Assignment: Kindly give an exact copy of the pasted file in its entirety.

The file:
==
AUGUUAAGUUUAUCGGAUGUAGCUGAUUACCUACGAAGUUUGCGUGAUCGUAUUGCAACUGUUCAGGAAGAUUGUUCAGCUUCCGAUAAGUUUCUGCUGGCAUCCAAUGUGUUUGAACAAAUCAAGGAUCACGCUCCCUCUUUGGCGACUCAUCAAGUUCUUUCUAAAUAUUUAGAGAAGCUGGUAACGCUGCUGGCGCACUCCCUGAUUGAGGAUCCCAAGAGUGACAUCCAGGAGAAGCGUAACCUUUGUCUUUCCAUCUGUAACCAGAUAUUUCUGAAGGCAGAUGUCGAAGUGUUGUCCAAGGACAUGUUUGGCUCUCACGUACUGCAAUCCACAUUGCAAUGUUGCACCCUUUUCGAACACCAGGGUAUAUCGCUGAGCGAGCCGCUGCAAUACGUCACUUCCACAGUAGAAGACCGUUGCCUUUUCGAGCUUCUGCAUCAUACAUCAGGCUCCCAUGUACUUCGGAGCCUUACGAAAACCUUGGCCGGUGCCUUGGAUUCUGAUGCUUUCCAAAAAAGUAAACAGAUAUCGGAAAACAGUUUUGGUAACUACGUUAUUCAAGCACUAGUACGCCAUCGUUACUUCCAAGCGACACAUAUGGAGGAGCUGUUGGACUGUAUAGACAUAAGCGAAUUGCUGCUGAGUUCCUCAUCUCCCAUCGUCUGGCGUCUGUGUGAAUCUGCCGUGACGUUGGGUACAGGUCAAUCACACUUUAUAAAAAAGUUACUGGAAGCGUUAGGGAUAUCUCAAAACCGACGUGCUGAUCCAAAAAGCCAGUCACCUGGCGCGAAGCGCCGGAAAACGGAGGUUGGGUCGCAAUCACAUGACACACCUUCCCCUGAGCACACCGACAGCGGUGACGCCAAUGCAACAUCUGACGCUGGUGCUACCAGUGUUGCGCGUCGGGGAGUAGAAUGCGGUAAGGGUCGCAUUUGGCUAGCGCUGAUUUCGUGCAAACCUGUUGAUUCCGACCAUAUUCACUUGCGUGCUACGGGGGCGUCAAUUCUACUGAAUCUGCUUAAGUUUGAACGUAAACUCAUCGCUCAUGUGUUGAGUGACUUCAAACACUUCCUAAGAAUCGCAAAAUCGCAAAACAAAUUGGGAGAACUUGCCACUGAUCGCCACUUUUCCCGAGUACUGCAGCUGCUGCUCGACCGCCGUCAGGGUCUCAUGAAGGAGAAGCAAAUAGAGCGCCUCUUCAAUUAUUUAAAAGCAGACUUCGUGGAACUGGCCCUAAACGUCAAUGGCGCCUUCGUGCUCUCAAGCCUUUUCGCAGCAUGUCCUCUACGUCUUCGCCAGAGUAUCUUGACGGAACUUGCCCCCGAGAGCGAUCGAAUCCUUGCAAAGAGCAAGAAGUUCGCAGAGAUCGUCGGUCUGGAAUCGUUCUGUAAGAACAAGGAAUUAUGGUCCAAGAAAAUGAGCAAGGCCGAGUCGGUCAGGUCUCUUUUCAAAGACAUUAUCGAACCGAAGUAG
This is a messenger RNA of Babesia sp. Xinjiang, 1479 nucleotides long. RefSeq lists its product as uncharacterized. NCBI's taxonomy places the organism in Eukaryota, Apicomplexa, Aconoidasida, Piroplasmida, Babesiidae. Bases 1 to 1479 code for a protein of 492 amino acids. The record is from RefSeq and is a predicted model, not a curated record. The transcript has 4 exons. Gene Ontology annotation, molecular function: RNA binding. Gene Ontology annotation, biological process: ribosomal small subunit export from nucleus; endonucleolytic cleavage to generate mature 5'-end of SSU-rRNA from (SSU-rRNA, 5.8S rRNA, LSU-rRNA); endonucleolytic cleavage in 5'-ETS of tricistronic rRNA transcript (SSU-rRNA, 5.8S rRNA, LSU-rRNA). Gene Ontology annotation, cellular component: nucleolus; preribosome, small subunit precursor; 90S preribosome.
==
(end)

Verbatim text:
AUGUUAAGUUUAUCGGAUGUAGCUGAUUACCUACGAAGUUUGCGUGAUCGUAUUGCAACUGUUCAGGAAGAUUGUUCAGCUUCCGAUAAGUUUCUGCUGGCAUCCAAUGUGUUUGAACAAAUCAAGGAUCACGCUCCCUCUUUGGCGACUCAUCAAGUUCUUUCUAAAUAUUUAGAGAAGCUGGUAACGCUGCUGGCGCACUCCCUGAUUGAGGAUCCCAAGAGUGACAUCCAGGAGAAGCGUAACCUUUGUCUUUCCAUCUGUAACCAGAUAUUUCUGAAGGCAGAUGUCGAAGUGUUGUCCAAGGACAUGUUUGGCUCUCACGUACUGCAAUCCACAUUGCAAUGUUGCACCCUUUUCGAACACCAGGGUAUAUCGCUGAGCGAGCCGCUGCAAUACGUCACUUCCACAGUAGAAGACCGUUGCCUUUUCGAGCUUCUGCAUCAUACAUCAGGCUCCCAUGUACUUCGGAGCCUUACGAAAACCUUGGCCGGUGCCUUGGAUUCUGAUGCUUUCCAAAAAAGUAAACAGAUAUCGGAAAACAGUUUUGGUAACUACGUUAUUCAAGCACUAGUACGCCAUCGUUACUUCCAAGCGACACAUAUGGAGGAGCUGUUGGACUGUAUAGACAUAAGCGAAUUGCUGCUGAGUUCCUCAUCUCCCAUCGUCUGGCGUCUGUGUGAAUCUGCCGUGACGUUGGGUACAGGUCAAUCACACUUUAUAAAAAAGUUACUGGAAGCGUUAGGGAUAUCUCAAAACCGACGUGCUGAUCCAAAAAGCCAGUCACCUGGCGCGAAGCGCCGGAAAACGGAGGUUGGGUCGCAAUCACAUGACACACCUUCCCCUGAGCACACCGACAGCGGUGACGCCAAUGCAACAUCUGACGCUGGUGCUACCAGUGUUGCGCGUCGGGGAGUAGAAUGCGGUAAGGGUCGCAUUUGGCUAGCGCUGAUUUCGUGCAAACCUGUUGAUUCCGACCAUAUUCACUUGCGUGCUACGGGGGCGUCAAUUCUACUGAAUCUGCUUAAGUUUGAACGUAAACUCAUCGCUCAUGUGUUGAGUGACUUCAAACACUUCCUAAGAAUCGCAAAAUCGCAAAACAAAUUGGGAGAACUUGCCACUGAUCGCCACUUUUCCCGAGUACUGCAGCUGCUGCUCGACCGCCGUCAGGGUCUCAUGAAGGAGAAGCAAAUAGAGCGCCUCUUCAAUUAUUUAAAAGCAGACUUCGUGGAACUGGCCCUAAACGUCAAUGGCGCCUUCGUGCUCUCAAGCCUUUUCGCAGCAUGUCCUCUACGUCUUCGCCAGAGUAUCUUGACGGAACUUGCCCCCGAGAGCGAUCGAAUCCUUGCAAAGAGCAAGAAGUUCGCAGAGAUCGUCGGUCUGGAAUCGUUCUGUAAGAACAAGGAAUUAUGGUCCAAGAAAAUGAGCAAGGCCGAGUCGGUCAGGUCUCUUUUCAAAGACAUUAUCGAACCGAAGUAG
This is a messenger RNA of Babesia sp. Xinjiang, 1479 nucleotides long. RefSeq lists its product as uncharacterized. NCBI's taxonomy places the organism in Eukaryota, Apicomplexa, Aconoidasida, Piroplasmida, Babesiidae. Bases 1 to 1479 code for a protein of 492 amino acids. The record is from RefSeq and is a predicted model, not a curated record. The transcript has 4 exons. Gene Ontology annotation, molecular function: RNA binding. Gene Ontology annotation, biological process: ribosomal small subunit export from nucleus; endonucleolytic cleavage to generate mature 5'-end of SSU-rRNA from (SSU-rRNA, 5.8S rRNA, LSU-rRNA); endonucleolytic cleavage in 5'-ETS of tricistronic rRNA transcript (SSU-rRNA, 5.8S rRNA, LSU-rRNA). Gene Ontology annotation, cellular component: nucleolus; preribosome, small subunit precursor; 90S preribosome.